The latest Ofsted statistics reveal that of the 6,089 early years providers inspected between 1 September and 31 December 2014, 77 per cent were found to be good and outstanding, an increase of three percentage points on the previous inspection period.
Among childminders, eight per cent were judged outstanding, up from five per cent between 1 July and 31 August 2014. The total rated good and outstanding was 79 per cent (up from 76 per cent).
The proportion of nurseries achieving good and outstanding grades has also risen.
Nine per cent of nurseries in the most recent inspection period were found to be outstanding (the same as the previous period), while 65 per cent were rated good, an increase of three percentage points, giving a total of 74 per cent (against 71 per cent).
The Ofsted statistics, ‘Early years and childcare inspections and outcomes September – December 2014’, consequently show a fall in the number of nurseries and childminders judged as requires improvement and inadequate.
During this inspection period, eight per cent of nurseries were inadequate, down from 10 per cent last time, while those rated as requires improvement fell from 19 to 18 per cent.
Meanwhile, the number of childminders judged as requires improvement fell by two percentage points to 15 per cent, while those rated inadequate remained at 6 per cent.
Inspection grades overall for providers at their most recent inspection as at 31 December 2014 also showed improvement, with nurseries at 86 per cent good and outstanding and childminders at 82 per cent.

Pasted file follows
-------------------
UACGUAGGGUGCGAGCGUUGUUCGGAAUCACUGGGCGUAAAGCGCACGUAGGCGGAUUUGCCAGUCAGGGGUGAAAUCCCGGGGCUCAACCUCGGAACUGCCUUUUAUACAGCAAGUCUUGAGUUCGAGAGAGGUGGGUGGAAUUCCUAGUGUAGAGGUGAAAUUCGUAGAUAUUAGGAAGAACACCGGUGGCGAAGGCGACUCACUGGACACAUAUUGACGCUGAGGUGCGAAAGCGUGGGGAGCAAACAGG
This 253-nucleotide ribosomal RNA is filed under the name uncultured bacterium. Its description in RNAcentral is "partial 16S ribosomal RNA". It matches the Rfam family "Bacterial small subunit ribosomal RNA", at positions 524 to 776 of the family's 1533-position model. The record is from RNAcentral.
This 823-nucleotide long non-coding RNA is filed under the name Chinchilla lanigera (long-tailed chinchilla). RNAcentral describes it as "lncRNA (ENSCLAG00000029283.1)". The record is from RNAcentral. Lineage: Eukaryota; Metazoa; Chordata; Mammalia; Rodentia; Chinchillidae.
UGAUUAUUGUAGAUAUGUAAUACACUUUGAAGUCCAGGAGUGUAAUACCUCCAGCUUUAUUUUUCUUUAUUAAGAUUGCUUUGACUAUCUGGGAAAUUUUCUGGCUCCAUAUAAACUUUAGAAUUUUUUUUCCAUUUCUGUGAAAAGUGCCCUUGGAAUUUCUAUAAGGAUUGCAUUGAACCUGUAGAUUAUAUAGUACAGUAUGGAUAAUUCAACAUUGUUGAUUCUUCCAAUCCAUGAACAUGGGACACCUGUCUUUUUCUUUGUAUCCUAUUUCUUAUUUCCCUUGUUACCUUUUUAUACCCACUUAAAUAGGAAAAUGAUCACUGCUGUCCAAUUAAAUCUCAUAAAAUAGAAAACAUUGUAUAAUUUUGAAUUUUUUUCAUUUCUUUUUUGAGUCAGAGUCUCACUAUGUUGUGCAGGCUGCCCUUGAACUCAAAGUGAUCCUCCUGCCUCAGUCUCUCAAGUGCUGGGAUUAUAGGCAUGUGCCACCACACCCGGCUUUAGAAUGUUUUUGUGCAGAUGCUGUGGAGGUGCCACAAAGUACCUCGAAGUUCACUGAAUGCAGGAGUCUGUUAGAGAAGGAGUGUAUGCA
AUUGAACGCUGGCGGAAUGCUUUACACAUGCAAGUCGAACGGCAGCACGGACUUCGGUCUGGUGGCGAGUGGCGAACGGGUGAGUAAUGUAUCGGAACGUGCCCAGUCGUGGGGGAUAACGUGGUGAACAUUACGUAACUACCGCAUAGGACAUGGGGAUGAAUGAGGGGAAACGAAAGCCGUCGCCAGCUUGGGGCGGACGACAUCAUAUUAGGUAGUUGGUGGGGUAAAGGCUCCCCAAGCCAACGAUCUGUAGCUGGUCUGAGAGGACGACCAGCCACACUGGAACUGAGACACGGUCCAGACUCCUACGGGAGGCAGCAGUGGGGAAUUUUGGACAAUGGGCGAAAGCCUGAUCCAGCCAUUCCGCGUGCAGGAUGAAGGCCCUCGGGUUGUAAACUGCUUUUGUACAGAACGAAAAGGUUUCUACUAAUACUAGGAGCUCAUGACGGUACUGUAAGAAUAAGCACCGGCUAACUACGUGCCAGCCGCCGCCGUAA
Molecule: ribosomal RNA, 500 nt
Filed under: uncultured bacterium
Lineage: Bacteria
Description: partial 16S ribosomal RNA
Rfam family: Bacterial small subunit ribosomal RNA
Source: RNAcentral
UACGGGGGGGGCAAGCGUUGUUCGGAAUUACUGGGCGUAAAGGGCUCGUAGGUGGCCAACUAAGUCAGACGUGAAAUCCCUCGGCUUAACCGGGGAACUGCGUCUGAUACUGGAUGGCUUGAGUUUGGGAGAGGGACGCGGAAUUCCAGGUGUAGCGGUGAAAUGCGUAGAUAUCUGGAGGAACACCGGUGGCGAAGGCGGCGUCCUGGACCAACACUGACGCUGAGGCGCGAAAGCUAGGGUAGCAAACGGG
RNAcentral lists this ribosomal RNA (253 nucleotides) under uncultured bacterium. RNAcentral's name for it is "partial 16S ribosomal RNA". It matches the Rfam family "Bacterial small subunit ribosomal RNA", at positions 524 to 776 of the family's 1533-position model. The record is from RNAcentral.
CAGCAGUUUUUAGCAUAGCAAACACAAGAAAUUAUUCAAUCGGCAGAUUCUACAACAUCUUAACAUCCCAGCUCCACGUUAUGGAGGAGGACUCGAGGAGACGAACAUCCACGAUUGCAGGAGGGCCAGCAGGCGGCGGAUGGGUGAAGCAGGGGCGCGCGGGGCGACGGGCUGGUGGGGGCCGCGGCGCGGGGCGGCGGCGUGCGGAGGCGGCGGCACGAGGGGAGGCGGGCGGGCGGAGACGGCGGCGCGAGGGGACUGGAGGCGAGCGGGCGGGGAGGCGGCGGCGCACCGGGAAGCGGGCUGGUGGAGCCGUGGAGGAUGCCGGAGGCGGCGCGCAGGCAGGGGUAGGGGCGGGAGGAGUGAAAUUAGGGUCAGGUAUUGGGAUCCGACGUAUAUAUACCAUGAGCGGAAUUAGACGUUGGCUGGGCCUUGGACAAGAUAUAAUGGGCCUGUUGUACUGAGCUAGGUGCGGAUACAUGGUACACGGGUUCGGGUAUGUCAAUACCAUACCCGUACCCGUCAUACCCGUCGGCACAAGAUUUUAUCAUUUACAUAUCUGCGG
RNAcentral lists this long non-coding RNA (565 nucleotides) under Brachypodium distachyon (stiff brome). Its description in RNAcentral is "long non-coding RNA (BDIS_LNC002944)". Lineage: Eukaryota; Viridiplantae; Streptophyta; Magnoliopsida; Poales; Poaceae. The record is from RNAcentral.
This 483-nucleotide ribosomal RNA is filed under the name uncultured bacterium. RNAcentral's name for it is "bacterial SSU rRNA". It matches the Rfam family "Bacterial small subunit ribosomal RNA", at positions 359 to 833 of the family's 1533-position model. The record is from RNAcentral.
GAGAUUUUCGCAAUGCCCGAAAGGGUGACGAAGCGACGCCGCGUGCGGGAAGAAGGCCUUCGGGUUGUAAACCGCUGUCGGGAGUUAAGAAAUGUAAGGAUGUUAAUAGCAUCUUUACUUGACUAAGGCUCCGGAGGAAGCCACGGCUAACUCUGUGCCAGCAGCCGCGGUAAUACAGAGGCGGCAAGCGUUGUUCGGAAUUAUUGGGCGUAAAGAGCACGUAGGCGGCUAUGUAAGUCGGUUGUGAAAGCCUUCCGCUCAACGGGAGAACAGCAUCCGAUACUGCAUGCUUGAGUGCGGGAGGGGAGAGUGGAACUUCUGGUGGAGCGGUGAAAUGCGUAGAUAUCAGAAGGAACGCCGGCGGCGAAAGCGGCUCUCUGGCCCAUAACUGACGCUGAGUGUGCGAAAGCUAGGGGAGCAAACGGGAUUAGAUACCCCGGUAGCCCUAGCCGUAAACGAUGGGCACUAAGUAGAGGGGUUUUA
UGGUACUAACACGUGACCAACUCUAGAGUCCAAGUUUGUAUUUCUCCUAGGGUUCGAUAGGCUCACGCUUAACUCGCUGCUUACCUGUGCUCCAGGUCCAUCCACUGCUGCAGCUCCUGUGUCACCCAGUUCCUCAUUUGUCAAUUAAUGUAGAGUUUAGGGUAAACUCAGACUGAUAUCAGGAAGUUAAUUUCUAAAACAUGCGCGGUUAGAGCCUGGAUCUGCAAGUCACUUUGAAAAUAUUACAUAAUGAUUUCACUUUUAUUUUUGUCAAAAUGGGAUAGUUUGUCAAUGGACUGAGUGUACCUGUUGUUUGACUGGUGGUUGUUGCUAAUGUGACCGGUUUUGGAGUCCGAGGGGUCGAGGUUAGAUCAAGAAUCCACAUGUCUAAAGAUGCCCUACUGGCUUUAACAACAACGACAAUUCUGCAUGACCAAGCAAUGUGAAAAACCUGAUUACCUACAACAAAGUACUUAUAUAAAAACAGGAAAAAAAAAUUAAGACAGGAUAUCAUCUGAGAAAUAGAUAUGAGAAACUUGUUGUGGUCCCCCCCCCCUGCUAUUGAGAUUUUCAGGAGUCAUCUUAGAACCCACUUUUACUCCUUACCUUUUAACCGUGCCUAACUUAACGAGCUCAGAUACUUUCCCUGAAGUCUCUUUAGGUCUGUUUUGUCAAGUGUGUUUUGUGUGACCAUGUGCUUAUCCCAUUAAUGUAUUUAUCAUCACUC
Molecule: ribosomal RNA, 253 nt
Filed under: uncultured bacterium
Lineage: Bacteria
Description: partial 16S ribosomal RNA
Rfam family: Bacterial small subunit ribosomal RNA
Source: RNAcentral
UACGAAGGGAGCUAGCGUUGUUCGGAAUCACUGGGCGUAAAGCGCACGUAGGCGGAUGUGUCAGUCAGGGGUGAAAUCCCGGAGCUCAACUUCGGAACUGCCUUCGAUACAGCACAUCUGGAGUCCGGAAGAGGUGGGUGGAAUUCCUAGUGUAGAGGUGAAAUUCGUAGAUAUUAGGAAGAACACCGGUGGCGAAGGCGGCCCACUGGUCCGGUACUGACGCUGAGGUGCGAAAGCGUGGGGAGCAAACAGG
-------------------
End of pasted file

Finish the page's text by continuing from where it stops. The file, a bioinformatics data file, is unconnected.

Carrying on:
Purnima Tanuku, chief executive of the National Day Nurseries Association (NDNA), said,
'These latest statistics show how hard the sector is working to deliver high quality childcare and early learning. A total of 86 per cent of all nurseries rated good and outstanding is the highest proportion ever of nurseries achieving good or better ratings. This achievement is despite the issues the sector faces and whilst it is doing ever more to deliver for children, including the new two-year-old offer. So that the sector can continue to go from strength to strength, invest in staff and further develop quality it’s vital that funding issues and the challenges of maintaining a qualified workforce are addressed.'
Neil Leitch, chief executive of the Pre-School Learning Alliance, said, 'The Alliance welcomes these latest figures which show that the sector continues to improve the quality of its provision. This is despite additional pressures placed on providers after the introduction of the stricter inspection regime in 2013, cuts to training budgets and reductions in the level of support available from local authorities and other areas. Huge credit should be given to providers who continue to work hard and show their commitment to improving the quality of their provision themselves.
'However we continue to question how sustainable this steady improvement can be in the long-term. The sector simply cannot continue to deliver high quality services while under pressure to work with even less funding and practical local authority support - particularly relevant now with additional demands required to support the delivery of the new Common Inspection Framework in September 2015.
'This is why the Alliance continues to push for urgent improvements to the way providers are currently funded and supported.'
Liz Bayram,chief executive of the Professional Association for Childcare and Early Years, (PACEY), said, 'Despite an ongoing decrease in Government support, and poor levels of funding for free early education places, we have seen a further increase in the quality of childcare provision across the sector. Childminders and nurseries should be commended for investing in their own continuing professional development, and improving their provision in such challenging circumstances.'